The Lost Girl (15) 4stars
For her first feature as writer/director, Maggie Gyllenhaal makes a disturbing work of Elena Ferranti’s 2008 novel The lost girl, about the complexities of motherhood and the pressure on women to give in to its demands.
Olivia Colman plays Leda, a British academic whose vacation on the Greek island of Spetses stirs up uncomfortable memories when she finds herself embroiled in the life of a left and beset Italian-American family vacationing at the same resort town. Although she enjoys her own company, she recognizes something of herself in Nina (Dakota Johnson), the beautiful but stressed mother of a little girl who looks more like a prisoner than a parent. When the little girl goes missing one day, it is Leda who helps her find her and although there is much gratitude from the family, Leda impulsively steals the child’s favorite doll and hides it in her apartment, a simple act of cruelty that binds her to Nina’s family in an emotionally unsettling way.
Gyllenhaal uses it to heighten psychological tension as the fear of discovery begins to have an uncanny effect on Leda, whose self-imposed exile appears to be an ongoing experiment in allowing herself freedom and permission to reconnect. the impulsive person she was. before having children. Flashbacks to her earlier family life give us an elliptical glimpse of how Leda ended up where she is (Jesse Buckley plays her as a young woman). But Gyllenhaal is careful not to use them as a cohesive explanation of the character, preferring to let Colman’s inscrutability hint at the complicated feelings parenthood can evoke in people for whom it might not come naturally.
Gyllenhaal takes a nonjudgmental approach to this rarely explored subject, but frequently frames Colman in creepy close-ups that make it hard to watch but impossible to look away.
Moonlight stars Mahershala Ali and Naomie Harris reunite for swan song, a nuanced sci-fi drama about a dying man (Ali) who secretly clones himself to spare his wife (Harris) and child the grief and uncertainty his death will bring.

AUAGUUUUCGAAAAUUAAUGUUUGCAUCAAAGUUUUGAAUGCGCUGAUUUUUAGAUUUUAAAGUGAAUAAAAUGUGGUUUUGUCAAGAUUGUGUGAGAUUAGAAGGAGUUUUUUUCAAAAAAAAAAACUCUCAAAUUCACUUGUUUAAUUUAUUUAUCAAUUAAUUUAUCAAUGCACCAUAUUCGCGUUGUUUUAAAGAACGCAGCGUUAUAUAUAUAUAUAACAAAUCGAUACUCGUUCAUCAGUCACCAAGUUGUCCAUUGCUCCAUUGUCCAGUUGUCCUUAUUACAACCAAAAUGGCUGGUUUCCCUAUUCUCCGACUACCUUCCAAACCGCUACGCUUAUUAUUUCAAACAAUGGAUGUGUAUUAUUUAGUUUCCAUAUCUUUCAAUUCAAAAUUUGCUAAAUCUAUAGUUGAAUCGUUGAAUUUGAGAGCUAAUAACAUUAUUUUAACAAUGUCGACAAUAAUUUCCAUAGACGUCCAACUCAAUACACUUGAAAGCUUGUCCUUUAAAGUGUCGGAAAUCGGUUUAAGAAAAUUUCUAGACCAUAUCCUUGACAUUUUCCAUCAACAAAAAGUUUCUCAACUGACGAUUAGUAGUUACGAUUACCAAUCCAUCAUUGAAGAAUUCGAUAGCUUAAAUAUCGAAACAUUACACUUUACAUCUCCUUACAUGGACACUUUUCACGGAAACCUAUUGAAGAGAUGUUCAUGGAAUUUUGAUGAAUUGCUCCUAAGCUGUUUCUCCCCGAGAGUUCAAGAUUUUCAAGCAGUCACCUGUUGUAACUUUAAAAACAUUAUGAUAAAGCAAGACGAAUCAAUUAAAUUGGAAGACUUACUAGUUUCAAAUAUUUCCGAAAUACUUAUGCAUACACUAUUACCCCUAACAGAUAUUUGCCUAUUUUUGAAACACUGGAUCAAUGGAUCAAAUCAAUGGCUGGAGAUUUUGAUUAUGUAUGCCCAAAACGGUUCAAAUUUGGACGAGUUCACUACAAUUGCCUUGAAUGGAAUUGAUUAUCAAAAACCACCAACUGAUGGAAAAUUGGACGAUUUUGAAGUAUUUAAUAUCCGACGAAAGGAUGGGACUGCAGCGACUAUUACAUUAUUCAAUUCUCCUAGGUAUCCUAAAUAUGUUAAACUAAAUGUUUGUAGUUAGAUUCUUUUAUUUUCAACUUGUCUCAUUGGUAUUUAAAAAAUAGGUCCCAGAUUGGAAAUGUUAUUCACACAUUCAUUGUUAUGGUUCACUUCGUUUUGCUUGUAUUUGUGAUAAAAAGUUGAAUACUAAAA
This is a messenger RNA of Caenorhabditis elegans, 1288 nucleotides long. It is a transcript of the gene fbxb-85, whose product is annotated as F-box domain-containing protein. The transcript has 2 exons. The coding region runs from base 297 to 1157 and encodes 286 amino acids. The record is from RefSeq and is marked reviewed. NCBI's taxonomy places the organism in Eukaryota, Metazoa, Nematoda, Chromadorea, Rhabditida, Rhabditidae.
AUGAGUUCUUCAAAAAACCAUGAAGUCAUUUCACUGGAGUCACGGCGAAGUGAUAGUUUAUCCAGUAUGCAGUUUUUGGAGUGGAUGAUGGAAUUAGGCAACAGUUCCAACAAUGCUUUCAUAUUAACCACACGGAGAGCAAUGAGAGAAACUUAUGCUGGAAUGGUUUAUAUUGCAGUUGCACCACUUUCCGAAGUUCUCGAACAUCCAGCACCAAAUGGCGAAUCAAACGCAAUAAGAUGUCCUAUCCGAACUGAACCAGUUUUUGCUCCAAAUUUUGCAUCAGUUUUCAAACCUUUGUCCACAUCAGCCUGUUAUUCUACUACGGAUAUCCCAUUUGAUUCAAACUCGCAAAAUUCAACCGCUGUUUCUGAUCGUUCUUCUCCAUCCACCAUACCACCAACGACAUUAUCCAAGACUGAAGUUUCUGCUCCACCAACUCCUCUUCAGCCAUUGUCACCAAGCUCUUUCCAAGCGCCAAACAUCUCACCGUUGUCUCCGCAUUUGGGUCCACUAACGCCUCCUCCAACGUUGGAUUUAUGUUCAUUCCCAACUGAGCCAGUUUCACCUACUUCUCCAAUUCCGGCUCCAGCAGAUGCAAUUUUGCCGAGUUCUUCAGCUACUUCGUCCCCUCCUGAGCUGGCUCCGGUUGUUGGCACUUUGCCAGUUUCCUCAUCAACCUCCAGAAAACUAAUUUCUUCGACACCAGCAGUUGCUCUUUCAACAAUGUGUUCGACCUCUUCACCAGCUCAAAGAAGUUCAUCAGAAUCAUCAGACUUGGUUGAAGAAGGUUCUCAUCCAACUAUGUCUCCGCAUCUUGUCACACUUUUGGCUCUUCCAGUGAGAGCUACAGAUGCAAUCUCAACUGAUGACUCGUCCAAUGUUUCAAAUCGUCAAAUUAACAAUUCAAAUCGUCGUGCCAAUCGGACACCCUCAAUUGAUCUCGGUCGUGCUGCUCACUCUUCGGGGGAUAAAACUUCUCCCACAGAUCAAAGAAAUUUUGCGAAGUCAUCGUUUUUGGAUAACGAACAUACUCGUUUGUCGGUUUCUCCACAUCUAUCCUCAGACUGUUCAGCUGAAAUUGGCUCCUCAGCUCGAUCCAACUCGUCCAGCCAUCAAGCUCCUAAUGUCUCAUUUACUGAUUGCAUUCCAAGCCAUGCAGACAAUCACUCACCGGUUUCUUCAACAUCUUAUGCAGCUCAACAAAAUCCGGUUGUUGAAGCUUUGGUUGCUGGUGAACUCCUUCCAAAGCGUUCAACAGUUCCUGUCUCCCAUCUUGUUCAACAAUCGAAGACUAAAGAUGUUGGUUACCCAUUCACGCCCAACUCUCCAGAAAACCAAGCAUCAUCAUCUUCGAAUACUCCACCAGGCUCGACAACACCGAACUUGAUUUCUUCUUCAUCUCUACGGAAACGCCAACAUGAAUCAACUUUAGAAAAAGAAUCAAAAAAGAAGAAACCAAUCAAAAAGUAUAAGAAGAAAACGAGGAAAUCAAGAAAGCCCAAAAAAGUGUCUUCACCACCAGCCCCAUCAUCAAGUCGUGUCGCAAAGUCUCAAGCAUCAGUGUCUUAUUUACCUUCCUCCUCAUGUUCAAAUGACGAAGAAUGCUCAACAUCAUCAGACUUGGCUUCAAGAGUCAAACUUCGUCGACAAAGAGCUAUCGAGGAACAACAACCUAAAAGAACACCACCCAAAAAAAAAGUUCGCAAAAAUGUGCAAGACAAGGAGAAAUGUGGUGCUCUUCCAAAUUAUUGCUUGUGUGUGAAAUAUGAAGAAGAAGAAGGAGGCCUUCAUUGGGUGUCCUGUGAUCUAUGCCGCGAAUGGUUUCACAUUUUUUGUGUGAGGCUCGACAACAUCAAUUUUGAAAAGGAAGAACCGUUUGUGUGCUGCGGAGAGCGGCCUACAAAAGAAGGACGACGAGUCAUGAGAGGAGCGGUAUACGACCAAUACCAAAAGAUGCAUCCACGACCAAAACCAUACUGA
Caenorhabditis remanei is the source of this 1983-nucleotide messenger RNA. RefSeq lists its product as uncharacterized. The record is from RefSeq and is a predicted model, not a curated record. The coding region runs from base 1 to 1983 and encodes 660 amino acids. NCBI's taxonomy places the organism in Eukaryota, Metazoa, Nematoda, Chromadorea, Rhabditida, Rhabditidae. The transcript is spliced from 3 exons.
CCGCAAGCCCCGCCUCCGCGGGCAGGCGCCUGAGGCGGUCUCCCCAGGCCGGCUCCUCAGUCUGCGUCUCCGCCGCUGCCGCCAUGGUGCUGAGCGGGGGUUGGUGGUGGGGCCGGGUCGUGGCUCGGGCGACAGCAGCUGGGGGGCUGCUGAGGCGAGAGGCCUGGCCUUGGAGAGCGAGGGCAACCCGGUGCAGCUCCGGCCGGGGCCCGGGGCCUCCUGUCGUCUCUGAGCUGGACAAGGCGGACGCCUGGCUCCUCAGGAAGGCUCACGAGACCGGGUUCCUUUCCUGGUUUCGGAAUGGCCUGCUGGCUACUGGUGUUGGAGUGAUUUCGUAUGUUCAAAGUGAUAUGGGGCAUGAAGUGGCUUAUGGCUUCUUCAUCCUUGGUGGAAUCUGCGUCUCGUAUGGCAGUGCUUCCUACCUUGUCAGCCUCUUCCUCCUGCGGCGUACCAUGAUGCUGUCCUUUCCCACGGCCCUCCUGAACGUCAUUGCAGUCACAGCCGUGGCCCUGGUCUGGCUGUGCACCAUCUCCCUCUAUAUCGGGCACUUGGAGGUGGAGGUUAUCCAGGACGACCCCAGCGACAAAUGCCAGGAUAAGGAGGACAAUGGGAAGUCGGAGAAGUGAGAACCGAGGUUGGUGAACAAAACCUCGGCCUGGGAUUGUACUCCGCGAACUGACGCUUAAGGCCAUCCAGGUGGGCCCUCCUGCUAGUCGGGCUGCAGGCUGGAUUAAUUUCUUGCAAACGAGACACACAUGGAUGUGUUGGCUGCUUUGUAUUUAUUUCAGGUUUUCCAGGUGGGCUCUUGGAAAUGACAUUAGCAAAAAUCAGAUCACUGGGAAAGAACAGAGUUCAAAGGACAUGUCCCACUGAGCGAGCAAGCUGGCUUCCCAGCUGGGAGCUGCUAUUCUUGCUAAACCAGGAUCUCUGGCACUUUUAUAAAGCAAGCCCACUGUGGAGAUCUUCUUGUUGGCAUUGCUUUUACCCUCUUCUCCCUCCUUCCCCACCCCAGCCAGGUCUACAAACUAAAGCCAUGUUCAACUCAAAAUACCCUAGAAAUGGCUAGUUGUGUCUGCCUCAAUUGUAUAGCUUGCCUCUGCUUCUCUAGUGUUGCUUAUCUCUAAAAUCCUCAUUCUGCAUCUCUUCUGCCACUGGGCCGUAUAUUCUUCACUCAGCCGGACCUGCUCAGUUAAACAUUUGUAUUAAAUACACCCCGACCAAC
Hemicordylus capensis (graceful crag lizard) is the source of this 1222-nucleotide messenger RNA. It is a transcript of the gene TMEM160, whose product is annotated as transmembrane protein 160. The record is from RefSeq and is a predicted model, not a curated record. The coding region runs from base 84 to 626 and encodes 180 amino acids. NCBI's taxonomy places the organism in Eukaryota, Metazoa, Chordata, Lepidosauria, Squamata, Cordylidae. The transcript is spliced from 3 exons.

Delivering on the promise of his Oscar-winning shorts, debut writer/director Benjamin Cleary turns this provocative Black Mirror-esque premise into a gripping drama about the ethics of cloning that refuses to simply regurgitate the best bits of Blade Runner. Instead, it grounds its characters in a reality that’s more recognizable, but one in which technology is literally able to take over their lives.
That’s what happens when Ali’s character, Cameron, reluctantly agrees to be a guinea pig for a tech start-up run by Glenn Close’s Dr. Scott. She is in the early stages of field testing cloning technology that can replace terminally ill patients without their families knowing, and with Cameron’s worsening seizures hastening his impending demise, he agrees to clone and transfer his memories to Cameron 2.0 before it’s too late.
Here the film gives us the obvious bonus of seeing the Oscar-winning double act against himself and it’s a measure of Ali’s quality that he can create two subtly distinct characters from one starting point without confusing the plot. It also helps Cleary resist the urge to go the thriller route; instead, her script takes into account the emotional impact this process takes on both versions of Cameron while also allowing enough space for Harris’ character, Poppy, to silently question her husband’s morality. who dictates her future and that of her son without giving them a say. .
The Lost Daughter is on select release from December 17 and streaming on Netflix from December 31. Swan Song is on select release and streaming on AppleTV+ from December 17
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